Breakfast With Curtis: LAFF Review
Writer-director Laura Colella's film tells the story of a socially awkward teen who comes out of his shell.
A slew of independent movies in the early 2000s, including Little Miss Sunshine, Juno and Napoleon Dynamite among them, seem to have somehow convinced a subsequent wave of filmmakers that it’s sufficient for films to simply be quirky to succeed.
In her third feature, writer-director Laura Colella enters similarly idiosyncratic territory, but with decidedly less persuasive results. Too unfocused to be considered a coming-of-ager, there’s little indication that Breakfast With Curtis will be of much interest beyond friends, family and perhaps film festivals.
For years, nextdoor neighbors Syd (Theo Green) and Simon (David Parker) have been at odds after Syd browbeats and threatens Simon’s kid Curtis (Jonah Parker) in a self-absorbed tirade. Five years later, the neighbors are still barely speaking, until Syd hits on a scheme to recruit Curtis for a project he’s percolating. A bookseller who repurposes selections from his personal collection, Syd’s beginning to feel pressure from his clients to put more information about himself and his library online, but has no clear idea how the internet really works. Now an awkward, home-schooled teen, Curtis agrees to assist with shooting videos for Syd’s promotional campaign, since he’s bored and pretty much friendless anyway.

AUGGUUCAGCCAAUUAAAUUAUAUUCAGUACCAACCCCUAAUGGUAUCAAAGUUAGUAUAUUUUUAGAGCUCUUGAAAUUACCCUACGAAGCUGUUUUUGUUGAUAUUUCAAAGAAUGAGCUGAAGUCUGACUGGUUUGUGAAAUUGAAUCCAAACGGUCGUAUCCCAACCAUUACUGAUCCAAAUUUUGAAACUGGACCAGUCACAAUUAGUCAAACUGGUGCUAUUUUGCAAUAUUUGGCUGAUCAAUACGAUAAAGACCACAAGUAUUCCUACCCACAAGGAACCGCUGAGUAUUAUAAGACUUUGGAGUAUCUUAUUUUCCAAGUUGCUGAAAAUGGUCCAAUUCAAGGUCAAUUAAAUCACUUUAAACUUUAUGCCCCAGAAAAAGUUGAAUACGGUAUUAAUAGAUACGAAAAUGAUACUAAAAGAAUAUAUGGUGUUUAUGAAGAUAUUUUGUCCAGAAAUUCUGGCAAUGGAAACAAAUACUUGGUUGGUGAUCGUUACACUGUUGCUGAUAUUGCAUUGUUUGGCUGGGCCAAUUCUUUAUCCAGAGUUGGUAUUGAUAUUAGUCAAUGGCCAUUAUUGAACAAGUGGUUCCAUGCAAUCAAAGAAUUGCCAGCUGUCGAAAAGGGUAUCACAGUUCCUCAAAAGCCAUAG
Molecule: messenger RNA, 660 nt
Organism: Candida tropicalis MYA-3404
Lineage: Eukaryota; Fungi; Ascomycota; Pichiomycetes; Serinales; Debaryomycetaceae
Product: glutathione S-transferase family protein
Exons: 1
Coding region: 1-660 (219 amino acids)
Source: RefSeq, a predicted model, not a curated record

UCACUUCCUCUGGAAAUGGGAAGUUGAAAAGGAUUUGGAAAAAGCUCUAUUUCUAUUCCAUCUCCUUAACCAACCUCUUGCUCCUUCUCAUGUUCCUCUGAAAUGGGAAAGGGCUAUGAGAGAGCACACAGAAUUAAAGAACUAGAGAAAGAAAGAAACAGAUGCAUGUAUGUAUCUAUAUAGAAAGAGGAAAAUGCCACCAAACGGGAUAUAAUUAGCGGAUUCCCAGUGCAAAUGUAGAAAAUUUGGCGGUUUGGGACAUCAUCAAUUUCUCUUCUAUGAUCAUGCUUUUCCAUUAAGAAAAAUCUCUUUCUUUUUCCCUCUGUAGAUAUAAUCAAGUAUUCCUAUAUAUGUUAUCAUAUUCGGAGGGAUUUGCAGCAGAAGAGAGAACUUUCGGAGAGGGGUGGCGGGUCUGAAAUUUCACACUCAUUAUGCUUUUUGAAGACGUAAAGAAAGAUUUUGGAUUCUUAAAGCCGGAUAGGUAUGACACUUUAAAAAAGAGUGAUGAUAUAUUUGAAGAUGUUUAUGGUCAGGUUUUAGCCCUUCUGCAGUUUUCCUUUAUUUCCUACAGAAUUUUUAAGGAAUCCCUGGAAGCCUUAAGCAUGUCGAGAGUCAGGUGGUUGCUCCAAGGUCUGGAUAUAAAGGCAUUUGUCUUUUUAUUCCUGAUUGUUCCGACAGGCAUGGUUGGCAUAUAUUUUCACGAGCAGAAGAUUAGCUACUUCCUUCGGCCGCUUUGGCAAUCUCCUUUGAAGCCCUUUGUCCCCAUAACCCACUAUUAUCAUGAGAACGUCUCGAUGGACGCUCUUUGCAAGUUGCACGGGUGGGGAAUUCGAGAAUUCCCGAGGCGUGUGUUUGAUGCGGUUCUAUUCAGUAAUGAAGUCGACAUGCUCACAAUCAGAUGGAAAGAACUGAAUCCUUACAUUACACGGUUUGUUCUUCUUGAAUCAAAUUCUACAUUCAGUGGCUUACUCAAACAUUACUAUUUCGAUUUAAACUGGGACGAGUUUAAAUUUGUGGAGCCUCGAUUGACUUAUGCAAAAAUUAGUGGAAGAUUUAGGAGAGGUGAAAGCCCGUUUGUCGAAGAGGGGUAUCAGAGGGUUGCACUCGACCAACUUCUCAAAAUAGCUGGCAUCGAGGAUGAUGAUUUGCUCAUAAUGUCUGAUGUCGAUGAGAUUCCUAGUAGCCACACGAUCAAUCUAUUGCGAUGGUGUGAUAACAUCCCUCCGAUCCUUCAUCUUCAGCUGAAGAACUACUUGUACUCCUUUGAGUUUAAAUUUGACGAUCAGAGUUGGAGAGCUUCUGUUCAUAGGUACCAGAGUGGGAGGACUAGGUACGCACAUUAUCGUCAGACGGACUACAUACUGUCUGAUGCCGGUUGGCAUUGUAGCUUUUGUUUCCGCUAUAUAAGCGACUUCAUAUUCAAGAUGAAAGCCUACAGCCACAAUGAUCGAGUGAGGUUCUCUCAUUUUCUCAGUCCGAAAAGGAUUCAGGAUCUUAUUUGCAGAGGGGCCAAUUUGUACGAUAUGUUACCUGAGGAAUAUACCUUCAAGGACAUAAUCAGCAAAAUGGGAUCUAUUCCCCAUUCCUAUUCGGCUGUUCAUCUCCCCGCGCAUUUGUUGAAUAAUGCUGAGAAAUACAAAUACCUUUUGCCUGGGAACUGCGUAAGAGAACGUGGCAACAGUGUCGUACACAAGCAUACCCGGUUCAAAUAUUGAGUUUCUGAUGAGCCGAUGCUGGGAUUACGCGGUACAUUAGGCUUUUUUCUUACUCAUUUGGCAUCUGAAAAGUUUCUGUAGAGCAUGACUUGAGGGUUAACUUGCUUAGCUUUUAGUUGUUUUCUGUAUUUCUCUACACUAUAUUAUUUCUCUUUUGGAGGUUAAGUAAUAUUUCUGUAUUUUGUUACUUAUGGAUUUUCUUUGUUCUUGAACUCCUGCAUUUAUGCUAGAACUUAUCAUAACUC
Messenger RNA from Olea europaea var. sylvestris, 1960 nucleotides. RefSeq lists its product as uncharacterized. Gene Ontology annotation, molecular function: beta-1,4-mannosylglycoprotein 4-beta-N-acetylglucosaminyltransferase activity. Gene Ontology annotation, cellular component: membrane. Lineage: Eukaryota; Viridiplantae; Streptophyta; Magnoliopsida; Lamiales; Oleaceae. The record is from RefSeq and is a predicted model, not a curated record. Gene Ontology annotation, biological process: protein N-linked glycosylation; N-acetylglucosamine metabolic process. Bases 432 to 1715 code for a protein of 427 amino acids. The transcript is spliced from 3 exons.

Simon and his wife Sylvie (Virginia Laffey) are more reluctant to let Syd’s past transgressions go, but they recognize Curtis’ need to overcome his social anxiety, and besides, Simon already buys pot from Syd’s tenant Frenchy (Aaron Jungels), who lives in the attic of the rambling house called the “purple citadel” with his girlfriend Paola (Colella).
Syd’s ideas for the videos are offbeat to say the least, consisting of long ramblings about his life experiences and exploits. Curtis patiently tapes them on a consumer video camera, transfers them to his laptop and uploads them to YouTube, where Syd is thrilled to see them accumulating literally dozens of views.
After reaching a truce of sorts with Syd’s household, Curtis’ parents are getting along great with his girlfriend Pirate (Adele Parker), Frenchy and Paola, smoking pot or drinking wine and cocktails in the long summer afternoons and into the evening. Curtis’ immersion in this slacker scene prompts him to marginally emerge from his shell of shyness and begin socializing more like a typical teenager.
Not much else happens in Colella’s laid-back film and despite much discussion about this being Curtis’ "seminal summer," there are no real revlations, perhaps because the narrative is as rambling as Syd’s purple citadel. Colella has apparently collected a series of anecdotes based on her actual neighbors and strung them together with a thin thematic thread, but no definitive storyline emerges.
A tight budget reportedly inspired Colella to bring her friends onto the DIY project as collaborators and presumably take on most of the key filmmaking roles herself, which is perhaps why the creative elements are so indistinct from one another.
With the exception of the filmmaker herself, none of the cast are actually actors and their appearances on camera could barely be termed performances, inasmuch as they’re essentially playing themselves. Line readings are often either forced or casually tossed off, making little impression. Without much of a narrative for guidance and an inexperienced cast to wrangle, Colella sticks to an unremarkable production style that gets the job done, but not much more.
Venue: Los Angeles Film Festival
Cast: Theo Green, Jonah Parker, David Parker, Virginia Laffey, Aaron Jungels, Yvonne Parker, Adele Parker, Laura Colella, Gideon Parker
Director/screenwriter: Laura Colella
Producer: Laura Colella
Executive producer: Michael A. Jackman
Director of photography: Laura Colella
Editor: Laura Colella
No rating, 82 minutes